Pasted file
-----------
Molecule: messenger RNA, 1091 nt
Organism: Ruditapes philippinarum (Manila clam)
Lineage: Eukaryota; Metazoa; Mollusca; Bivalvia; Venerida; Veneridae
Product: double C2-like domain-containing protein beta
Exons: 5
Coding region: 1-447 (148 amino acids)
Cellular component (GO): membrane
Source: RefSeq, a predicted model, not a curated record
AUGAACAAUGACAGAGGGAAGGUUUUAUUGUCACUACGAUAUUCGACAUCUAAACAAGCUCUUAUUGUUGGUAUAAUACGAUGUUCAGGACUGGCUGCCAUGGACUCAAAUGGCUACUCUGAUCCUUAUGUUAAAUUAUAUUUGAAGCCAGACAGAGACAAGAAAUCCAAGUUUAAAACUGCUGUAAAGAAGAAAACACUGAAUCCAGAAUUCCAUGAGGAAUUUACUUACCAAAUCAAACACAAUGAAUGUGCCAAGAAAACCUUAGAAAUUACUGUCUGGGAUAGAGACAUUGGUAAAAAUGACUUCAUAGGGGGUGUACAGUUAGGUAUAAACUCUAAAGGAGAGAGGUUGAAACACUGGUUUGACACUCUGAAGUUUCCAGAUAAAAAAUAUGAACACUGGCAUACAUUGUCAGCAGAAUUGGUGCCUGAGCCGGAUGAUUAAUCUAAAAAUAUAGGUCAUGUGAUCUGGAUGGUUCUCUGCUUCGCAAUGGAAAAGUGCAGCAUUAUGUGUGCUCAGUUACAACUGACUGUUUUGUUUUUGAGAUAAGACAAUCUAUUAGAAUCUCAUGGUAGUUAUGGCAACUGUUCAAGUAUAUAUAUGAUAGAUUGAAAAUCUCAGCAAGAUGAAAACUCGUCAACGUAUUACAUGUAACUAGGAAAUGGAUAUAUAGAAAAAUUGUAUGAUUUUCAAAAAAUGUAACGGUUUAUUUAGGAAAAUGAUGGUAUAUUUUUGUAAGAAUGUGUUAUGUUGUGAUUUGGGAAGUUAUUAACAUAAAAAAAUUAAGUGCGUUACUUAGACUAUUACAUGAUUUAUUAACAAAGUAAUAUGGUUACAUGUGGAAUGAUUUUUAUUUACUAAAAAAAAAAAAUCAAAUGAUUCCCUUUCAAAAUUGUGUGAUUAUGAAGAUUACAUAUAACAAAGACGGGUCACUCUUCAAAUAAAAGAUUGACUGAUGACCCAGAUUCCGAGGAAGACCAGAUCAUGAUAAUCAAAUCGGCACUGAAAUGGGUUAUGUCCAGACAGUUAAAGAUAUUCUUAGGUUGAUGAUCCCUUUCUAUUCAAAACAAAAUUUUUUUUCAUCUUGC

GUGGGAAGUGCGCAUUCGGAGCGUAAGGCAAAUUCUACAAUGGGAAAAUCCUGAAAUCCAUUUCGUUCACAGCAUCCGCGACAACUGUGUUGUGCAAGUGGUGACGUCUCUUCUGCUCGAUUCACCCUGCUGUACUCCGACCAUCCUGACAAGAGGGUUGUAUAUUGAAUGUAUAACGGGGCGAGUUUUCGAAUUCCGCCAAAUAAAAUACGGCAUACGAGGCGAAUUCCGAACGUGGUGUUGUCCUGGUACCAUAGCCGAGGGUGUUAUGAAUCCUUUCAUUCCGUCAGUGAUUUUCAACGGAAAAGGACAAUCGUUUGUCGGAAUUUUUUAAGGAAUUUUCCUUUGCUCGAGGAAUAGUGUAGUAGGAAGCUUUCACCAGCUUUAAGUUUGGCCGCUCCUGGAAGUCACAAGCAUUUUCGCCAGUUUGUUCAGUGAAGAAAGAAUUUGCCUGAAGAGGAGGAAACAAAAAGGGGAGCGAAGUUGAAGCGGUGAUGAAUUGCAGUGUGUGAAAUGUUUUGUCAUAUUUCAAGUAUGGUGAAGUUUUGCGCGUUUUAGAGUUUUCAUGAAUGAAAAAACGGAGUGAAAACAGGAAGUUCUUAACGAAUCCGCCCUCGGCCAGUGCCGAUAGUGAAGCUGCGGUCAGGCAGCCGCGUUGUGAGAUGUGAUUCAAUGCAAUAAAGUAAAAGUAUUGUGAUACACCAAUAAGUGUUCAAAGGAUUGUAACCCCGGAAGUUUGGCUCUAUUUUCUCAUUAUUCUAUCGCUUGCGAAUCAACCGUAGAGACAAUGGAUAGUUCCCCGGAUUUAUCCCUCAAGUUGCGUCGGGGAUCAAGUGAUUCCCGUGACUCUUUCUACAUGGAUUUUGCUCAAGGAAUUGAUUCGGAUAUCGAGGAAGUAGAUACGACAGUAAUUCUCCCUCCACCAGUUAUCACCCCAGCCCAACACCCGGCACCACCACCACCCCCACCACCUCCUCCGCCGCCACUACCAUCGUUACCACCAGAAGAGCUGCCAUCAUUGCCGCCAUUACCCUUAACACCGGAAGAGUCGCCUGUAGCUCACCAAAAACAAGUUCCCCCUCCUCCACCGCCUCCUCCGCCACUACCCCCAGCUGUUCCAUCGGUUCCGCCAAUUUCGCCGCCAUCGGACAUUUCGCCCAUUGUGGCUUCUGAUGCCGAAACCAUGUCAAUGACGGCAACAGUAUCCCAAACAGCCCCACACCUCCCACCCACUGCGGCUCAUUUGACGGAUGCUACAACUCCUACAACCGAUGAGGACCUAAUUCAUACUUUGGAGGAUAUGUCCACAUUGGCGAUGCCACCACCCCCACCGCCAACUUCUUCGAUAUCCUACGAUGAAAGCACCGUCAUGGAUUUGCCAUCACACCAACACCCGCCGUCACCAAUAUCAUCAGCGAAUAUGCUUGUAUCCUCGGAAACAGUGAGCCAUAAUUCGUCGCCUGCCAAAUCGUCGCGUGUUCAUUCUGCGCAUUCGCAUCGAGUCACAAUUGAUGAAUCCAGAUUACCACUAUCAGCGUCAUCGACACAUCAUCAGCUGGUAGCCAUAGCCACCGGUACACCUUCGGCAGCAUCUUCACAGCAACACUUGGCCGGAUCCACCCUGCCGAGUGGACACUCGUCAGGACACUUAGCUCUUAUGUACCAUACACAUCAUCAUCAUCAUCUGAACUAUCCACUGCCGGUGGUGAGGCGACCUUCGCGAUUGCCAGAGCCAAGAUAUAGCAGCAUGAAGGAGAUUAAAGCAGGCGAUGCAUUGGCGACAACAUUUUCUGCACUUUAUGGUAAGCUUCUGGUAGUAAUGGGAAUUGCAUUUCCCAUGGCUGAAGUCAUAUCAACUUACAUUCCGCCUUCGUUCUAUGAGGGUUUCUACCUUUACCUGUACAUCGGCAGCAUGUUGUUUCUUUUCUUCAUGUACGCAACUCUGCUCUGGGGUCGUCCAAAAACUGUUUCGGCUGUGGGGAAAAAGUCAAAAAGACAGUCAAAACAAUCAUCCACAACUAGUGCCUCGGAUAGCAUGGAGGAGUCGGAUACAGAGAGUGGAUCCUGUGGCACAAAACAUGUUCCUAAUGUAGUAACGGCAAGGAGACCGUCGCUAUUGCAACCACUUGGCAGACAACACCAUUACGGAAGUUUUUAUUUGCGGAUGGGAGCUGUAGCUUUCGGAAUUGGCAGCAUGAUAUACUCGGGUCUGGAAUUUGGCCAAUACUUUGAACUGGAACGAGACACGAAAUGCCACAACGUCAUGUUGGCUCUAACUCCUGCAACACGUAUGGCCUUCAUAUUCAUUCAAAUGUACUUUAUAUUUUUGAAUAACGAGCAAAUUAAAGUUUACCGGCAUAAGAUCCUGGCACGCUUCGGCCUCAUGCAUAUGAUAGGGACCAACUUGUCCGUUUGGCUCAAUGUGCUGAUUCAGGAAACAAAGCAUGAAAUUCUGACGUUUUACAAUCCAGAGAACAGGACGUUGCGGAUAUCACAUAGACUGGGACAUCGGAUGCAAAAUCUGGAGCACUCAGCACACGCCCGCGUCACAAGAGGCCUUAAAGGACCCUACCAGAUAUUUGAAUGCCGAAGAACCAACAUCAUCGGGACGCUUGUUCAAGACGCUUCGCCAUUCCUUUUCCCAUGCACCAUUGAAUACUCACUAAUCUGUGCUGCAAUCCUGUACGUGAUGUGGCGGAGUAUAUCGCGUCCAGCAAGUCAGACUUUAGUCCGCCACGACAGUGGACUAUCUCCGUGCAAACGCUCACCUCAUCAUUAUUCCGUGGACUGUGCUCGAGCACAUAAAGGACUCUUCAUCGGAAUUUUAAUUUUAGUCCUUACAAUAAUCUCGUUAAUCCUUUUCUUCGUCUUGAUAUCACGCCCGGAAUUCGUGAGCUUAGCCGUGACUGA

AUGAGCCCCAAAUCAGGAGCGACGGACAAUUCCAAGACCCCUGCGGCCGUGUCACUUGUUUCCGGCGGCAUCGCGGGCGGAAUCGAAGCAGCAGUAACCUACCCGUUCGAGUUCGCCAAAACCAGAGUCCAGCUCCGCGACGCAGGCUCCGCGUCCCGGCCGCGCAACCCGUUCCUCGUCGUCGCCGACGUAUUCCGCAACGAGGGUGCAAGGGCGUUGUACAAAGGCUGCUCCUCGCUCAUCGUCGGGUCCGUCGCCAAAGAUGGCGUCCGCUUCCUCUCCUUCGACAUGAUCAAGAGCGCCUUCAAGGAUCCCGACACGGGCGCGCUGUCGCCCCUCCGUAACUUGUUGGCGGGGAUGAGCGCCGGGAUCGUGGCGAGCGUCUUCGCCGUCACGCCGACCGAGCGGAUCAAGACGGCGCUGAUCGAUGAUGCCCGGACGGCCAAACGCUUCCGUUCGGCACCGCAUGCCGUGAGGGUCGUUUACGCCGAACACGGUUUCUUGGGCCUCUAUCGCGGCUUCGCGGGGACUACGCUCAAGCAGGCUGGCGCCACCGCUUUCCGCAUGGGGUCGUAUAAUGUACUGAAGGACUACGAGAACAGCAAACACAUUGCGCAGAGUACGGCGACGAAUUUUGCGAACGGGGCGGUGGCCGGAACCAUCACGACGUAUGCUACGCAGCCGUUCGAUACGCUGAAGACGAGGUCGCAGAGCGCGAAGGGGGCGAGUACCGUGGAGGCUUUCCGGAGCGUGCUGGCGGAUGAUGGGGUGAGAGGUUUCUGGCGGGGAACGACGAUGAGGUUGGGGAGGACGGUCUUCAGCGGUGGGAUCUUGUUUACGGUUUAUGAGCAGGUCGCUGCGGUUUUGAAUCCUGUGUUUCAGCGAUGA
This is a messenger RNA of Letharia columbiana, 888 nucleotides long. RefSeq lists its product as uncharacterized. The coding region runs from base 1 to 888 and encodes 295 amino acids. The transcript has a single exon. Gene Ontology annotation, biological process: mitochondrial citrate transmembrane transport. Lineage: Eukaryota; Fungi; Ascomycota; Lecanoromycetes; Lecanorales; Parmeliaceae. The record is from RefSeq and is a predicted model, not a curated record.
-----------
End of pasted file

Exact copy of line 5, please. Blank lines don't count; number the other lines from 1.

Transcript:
Exons: 5